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Sofia Coppola’s Lost in Translation

In Culture, Entertainment, Living, Media Writing, Movie Reviews, Opinion, Writing (all kinds) on February 9, 2017 at 3:00 AM

Brikena Ribaj Comments on Lost in Translation - Photo Courtesy of IMB

Brikena Ribaj Comments on Lost in Translation – Photo Courtesy of IMDB

By Brikena Ribaj

Sofia Coppola’s Lost in Translation (2003) is another good Fall title for me. It takes place in Tokyo and the most relatable bits in the film are Charlotte and Bob, the two main characters, exploring the busy, urban streets of Tokyo together, thus sharing their isolated togetherness and bonding in a place where the leading currency is utter linguistic unfamiliarity and unequivocal confusion.

Charlotte and Bob do not speak Japanese, ergo, they cannot decode the basic sign system which allows other Tokyo inhabitants to understand each-other. They have native friends who, when they choose to go out celebrating on the streets of Tokyo, do not party any differently than a New York or Berlin crowd. They dance to techno music, play dress-up, meet new people, and discuss art with strangers.

They also party in authentically Japanese urban apartments, sing and dance to English music. One of Charlotte’s friends, Charlie Brown, a Japanese man, karaokes quite animatedly Sex Pistols’ “God save the Queen.” I love his version.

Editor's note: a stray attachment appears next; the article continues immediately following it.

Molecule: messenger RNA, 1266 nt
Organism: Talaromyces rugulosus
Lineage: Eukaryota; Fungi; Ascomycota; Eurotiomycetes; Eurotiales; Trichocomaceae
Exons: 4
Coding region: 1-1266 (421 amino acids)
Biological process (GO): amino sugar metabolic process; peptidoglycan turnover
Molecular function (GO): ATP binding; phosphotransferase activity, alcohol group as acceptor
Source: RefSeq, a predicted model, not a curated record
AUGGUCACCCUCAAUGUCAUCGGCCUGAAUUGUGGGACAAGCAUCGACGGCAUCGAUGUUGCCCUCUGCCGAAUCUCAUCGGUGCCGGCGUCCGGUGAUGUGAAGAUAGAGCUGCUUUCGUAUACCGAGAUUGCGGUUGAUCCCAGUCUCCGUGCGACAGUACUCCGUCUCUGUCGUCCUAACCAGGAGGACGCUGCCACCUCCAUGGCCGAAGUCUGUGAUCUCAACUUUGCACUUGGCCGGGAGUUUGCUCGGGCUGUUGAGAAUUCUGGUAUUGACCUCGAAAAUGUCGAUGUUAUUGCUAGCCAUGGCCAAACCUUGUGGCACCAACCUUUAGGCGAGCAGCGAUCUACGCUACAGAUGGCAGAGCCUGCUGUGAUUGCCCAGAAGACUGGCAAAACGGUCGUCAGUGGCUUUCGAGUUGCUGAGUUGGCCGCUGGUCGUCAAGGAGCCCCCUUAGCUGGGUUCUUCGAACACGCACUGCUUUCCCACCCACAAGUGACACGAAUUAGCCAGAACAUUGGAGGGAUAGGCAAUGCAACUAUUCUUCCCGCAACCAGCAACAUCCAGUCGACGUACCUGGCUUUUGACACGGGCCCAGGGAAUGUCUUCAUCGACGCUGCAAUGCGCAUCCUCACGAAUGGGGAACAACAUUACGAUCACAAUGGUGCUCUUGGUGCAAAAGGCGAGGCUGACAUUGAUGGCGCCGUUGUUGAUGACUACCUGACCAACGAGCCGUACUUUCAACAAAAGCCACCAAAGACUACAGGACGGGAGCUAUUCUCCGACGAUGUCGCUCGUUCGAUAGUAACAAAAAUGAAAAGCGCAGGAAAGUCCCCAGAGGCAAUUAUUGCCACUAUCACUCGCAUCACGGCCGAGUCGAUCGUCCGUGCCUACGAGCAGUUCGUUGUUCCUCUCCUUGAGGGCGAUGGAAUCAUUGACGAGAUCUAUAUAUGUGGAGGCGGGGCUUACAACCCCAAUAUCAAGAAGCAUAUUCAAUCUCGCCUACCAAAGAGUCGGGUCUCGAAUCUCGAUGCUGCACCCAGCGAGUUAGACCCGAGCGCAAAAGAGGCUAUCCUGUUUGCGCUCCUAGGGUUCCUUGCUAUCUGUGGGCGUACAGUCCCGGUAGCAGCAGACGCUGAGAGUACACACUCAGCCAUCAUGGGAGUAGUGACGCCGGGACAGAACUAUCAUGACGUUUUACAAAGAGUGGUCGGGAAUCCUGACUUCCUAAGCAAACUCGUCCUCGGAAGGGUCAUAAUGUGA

In a century where things move fast, people change locations swiftly and roots do not seem to be allowed to grow, Coppola seems to yearn for a chance for people to stop and relate to each other. And in Lost in Translation that very human connection is evidenced in a simple raw fish lunch Charlotte shares with Bob in a little Tokyo restaurant, or at the Emergency Room where Bob waits for Charlotte with a corpulent Teddy, or when Bob and Charlotte discuss (over Roxy Music’s So Into You) their 2-day relationship which seems to have more substance than Bob’s too-familiar, decade-long marriage to Lidia or Charlotte’s own staccato relationship with her no-attention-span-having husband.

Solitude and silence are louder than even the very ‘happening’ streets of Tokyo and that is precisely what this beautifully shot, poetic film privileges. And I concur with Coppola’s predilection.

graph per imdb

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